NearSurfaceLocation
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Mini tutorial for locations close to the surface

The intent of these mini-tutorials is to have an easily searchable reference for implementing some of the newer (or changed) features in Niagara.

Here's a cool thing to do with collisions in Niagara. It's a little more expensive than techniques discussed earlier, but it opens the door to some really cool possibilities.

NearSurfaceLocation1

We will be using Niagara's collision tracking logic on the CPU to find surface locations near our particle system. We can then use this information to exclude particles from spawning and determine their starting position.

Like last time, there are two ways to follow the tutorial: Either you create it yourself using the descriptions and pictures, or you copy the contents of this pastebin into a new module script and then just use my steps as an explanation of the inner workings
Here is a pastebin for the raw code of the module. You can paste this into your module editor and it will convert it to nodes.

Pastebin

Near the surface – Pastebin.com

Pastebin.com has been the main pasting tool since 2002. Pastebin is a website where you can save text online for a set period of time.

Don't forget to connect the output node after copying.
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Even if you don't follow the rest of the tutorial, it will only work on the CPU in this form.

Step 1.
Create a new module script and name it something cool.
image

Step 2.

  • Open the module.
  • Add a new float input for MaxRadius
  • Bring in Engine.Owner.Position too. This is the world location of your particle effect.
  • Add a random point in the Sphere node. This function generates a random direction.
    It comes with the engine and is used in Sphere Location so it is thoroughly tested
  • We'll want to normalize this just in case.
    (I set the values ​​to 1 so this is not necessary, but normalization doesn't cost much, and if the vector is not normalized, the code gets seriously messed up.)
  • Next, multiply that direction by MaxRadius and add Engine.Owner.Position. This will be our space end point.
  • You can drag this value straight to the next step, but I'd like to add it to a local value for readability

Step 3.

  • Drag out a new Map-Get node and add a collision query parameter.
  • Also add Engine.Owner.Position again and pull out the local trace end.
    It is possible that adding the Engine.Owner.Position node twice could have a low performance cost. I'm pulling it out of here to make our spaghetti a little more readable.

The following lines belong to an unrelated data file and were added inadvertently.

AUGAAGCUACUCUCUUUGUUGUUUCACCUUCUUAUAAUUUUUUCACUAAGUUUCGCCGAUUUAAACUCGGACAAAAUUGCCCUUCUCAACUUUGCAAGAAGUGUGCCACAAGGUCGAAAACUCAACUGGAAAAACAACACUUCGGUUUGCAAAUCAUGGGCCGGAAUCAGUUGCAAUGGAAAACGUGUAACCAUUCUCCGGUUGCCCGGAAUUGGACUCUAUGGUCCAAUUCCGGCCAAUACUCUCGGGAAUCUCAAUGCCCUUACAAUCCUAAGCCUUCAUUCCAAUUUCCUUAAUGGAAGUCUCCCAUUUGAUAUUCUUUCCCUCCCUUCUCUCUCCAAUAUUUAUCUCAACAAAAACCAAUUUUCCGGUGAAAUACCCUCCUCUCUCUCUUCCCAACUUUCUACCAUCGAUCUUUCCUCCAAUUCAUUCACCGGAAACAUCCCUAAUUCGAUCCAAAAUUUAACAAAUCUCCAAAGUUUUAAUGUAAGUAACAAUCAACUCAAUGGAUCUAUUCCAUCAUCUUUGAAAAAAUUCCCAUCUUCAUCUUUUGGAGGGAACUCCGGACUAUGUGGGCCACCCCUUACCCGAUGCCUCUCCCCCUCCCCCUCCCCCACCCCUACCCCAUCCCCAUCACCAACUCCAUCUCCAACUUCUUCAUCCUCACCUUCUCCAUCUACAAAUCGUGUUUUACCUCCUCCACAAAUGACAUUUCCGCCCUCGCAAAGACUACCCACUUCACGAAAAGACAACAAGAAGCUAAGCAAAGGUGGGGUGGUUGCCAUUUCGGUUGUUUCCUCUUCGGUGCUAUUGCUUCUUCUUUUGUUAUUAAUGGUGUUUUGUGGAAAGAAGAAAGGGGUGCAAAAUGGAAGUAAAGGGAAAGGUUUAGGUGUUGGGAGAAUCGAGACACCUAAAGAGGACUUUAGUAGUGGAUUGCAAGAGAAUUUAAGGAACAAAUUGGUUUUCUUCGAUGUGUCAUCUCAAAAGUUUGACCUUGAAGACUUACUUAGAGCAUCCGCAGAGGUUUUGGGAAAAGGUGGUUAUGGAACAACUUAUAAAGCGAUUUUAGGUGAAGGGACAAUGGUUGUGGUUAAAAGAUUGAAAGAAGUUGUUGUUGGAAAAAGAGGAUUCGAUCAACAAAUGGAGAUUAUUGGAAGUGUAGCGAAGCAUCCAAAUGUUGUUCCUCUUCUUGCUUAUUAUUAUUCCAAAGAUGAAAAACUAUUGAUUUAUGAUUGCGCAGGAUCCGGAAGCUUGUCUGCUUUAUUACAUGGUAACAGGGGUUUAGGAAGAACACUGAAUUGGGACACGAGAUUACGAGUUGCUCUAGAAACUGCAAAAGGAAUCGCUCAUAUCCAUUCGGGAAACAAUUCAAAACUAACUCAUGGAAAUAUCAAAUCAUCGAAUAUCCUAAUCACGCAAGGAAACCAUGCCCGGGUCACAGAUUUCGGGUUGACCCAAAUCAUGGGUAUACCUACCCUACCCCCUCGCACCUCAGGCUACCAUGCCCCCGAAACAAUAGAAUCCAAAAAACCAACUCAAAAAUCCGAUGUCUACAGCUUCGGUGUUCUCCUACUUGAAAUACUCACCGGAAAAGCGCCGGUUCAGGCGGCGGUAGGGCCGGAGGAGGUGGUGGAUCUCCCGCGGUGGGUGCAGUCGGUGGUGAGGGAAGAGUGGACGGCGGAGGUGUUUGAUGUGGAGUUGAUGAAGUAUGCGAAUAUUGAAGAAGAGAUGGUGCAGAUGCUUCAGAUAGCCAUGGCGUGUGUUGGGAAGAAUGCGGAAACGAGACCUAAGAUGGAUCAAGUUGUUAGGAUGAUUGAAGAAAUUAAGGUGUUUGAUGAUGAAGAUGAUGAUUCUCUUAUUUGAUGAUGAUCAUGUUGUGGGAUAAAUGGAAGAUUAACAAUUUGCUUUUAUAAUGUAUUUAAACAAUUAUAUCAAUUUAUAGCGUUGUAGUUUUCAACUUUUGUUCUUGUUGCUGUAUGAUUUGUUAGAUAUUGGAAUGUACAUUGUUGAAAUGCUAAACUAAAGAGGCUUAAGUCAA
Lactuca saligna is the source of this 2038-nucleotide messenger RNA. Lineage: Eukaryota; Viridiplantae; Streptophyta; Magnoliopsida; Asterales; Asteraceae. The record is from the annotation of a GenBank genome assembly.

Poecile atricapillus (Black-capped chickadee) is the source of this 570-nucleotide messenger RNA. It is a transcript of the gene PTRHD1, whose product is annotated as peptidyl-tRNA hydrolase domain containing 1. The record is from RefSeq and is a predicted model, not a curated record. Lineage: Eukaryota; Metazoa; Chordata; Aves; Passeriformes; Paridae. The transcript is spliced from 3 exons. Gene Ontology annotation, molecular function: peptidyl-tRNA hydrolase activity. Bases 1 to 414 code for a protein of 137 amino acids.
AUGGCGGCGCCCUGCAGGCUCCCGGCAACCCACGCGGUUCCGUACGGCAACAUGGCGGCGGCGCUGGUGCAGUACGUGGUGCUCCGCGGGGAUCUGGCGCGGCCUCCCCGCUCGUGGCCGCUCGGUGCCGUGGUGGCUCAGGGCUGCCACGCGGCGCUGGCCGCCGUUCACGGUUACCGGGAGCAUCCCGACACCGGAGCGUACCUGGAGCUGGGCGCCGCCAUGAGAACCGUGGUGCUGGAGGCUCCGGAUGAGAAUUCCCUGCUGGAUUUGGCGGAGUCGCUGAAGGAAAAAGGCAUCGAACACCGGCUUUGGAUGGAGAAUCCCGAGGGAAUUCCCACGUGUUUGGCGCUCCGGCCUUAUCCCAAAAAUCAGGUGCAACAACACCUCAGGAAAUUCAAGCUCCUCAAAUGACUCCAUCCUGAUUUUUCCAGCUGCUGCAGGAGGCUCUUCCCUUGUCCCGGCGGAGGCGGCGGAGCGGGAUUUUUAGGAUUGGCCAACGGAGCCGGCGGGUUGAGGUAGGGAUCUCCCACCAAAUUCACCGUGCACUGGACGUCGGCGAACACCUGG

• Go to the "Run Collision Query Sync CPU Node", this is the big one. We want our particle system position in Start and our calculated end position in End Trace.
  • This function sends between start and end and gives us some results.
  • We want our collision to be valid if the trace is returned valid and is not on a network.
  • At the moment we only save the values ​​that interest us on the card. The new valid bool, the collision position and the collision normal. You don't need the normal for this tutorial, but it's still useful.

Step 4.

  • If you want the implementation with most barebones, you can skip this step. Just connect the position of the collision world to Particles.Position and it works. However, it never hurts to have a few options when creating it.
  • Pull out the local collision-valid boolean as well as the position and normal from the last step.
  • Also add a specified intrinsic boolean input and the Particles.Position
  • Use an if node to set the position to TraceEnd to ensure that it is an appropriate value in the event of an invalid collision.
  • I also add this separate self-check in case I want to calculate all the values ​​and have something to read, but don't want to change the position of my particles when I call this module.

Step 5.

  • Add a KillInvalid Boolean input.
  • If KillInvalid is set and the collision is actually invalid, we can set DATAINSTANCE.Alive to false. This way, particles that have no surface to spawn will not be created.

And that's it.

extra

It is useful to make this module available in the library under Location
You can use the highlights to identify the module type in the emitter stack.
And the description will be useful for your teammates or for yourself in a few months
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Please let me know if there is anything you do not understand or if I made a mistake anywhere.

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